When Chief Information Officer David Boatman arrived at Sonic Automotive four years ago, the company was motoring ahead like it was on the acquisition Autobahn.
Purring like a Mercedes-Benz E55 AMG, the auto dealer had begun picking up dozens of independent dealerships in a buying spree thats barely slowed since, making it the nations third-largest dealership after AutoNation and United Auto Group. By 2002, the binge had revved up sales five-fold, from $1.4 billion in 1998 to $7.1 billion. Last year it acquired 31 dealerships and may add about 20 more by the end of 2003.
But in terms of information technology, the Sonic engine was working without a governor. When Boatman arrived, the acquired dealerships were using desktop computers from a hodgepodge of vendors. Support arrangements ranged from contracts with local repair shops to the phone number of the dealers computer-literate kid. Boatman had no way to back up dealer data, no way to know what software was in place, and no way to track software licenses. Sonic had scant control over its systems, or the associated maintenance costs.
The CIO had two options: He could build up a desktopsupport group within Sonic or he could look for outside help. Boatman approached professional desktop-management firms, including Centerbeam and Everdream, “to provide help desk, online backup [and] remote support for our PCs in our dealerships.”
In early 2002, Boatman chose Everdream. Today, the PC- services company tracks what machines Sonic owns, upgrades software, manages licenses, backs up data, arranges for new hardware installations, provides remote testing and maintenance services, and gives around-the-clock user support.
Sonic wont disclose whether it actually saved money by contracting these services to a third party. But Boatman says he really didnt enter into the agreement to save money and hasnt even calculated his actual savings. He says his primary goals were to take control of Sonics PCs and increase technical support to the companys far-flung operations.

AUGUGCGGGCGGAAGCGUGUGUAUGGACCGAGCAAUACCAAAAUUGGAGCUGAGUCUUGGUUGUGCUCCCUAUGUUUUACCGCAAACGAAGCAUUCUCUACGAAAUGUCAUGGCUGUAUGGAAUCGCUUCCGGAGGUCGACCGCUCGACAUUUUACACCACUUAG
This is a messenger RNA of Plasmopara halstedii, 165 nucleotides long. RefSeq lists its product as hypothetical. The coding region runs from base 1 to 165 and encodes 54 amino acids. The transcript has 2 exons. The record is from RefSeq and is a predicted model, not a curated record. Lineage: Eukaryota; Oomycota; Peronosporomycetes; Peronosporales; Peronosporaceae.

Sonic targets cities with populations growing faster than the national average, and has outposts throughout the South, Midwest and California.
Still, Boatman says Everdreams pricing beat that of his other choices. “They were working hard to get our business,” he says.
The $55 Desktop
While neither side discloses actual pricing, Everdream says the type of services it provides to a company like Sonic runs about $55 per seat, per month. Sonic signed a three-year subscription for each PC Everdream will manage. Everdream argues that if a company similar in size and geographic spread to Sonic wanted to provide comparable services internally, hardware, software and labor costs would average out to about $125 per seat, per month.
Now, Boatman has negotiated a flexible purchase contract with Hewlett-Packard. But when Sonic needs a new PC, its Everdream that delivers it.
Everdream procures a Compaq d530 from hp, loads Sonics software onto it, ships the machine to the car dealer and takes care of all post-installation service and support. Over the past year and a half, Sonic has asked Everdream to service an increasing number of its PCs, and the desktop management firm says it now manages the machines at about 100 of Sonics 139 dealers—roughtly 3,500 of Sonics 5,000 PCs.
Sonic auto dealers sell everything from Lexus and Mercedes to Chevy and Honda. But Sonic derives revenue not just from sales, but from handling the financing and insurance, and providing parts and service. All of it is done digitally through the desktop. These days, the dealer PC “is the cash register,” says Forrester Research analyst Mark Bunger.
So when Sonic acquires a new dealership, getting the right setup in place is key. Everdream usually is asked to replace all desktops at an acquired dealer. Sonic tells Everdream where a PC is going—the showroom, parts department or elsewhere—and Everdream outfits the machine accordingly.
The basic dealer package comes with Microsoft Windows 2000, Microsoft Office 2000 and Microsoft Outlook. Most showroom PCs are set up to access a dealer management system (DMS), which contains sales, service and other dealer-specific business applications. Sonic dealers use either the Automatic Data Processing or Reynolds & Reynolds DMS packages, each of which is hosted by its respective vendors and accessed by Sonic dealers over a secure network connection.
Everdream also loads each PC with a software agent, which tracks the attached hardware including printers and other devices and licenses to the installed software. Knowing how many software licenses Sonic has at a given point in time virtually eliminates the possibility that the dealer will waste money on unnecessary licenses; Everdream says such tracking might save a company like Sonic $25,000 a year.
Remote and In Control
Remote, and In Control
When its time to update software, Everdream electronically distributes the new programs. Everdream says customers like Sonic might want updates on a quarterly basis. It estimates onsite software upgrades, including travel and labor, could cost a company like Sonic as much as $750 for each store visit. If those numbers bear out, electronic upgrades could save Sonic as much as $300,000 a year.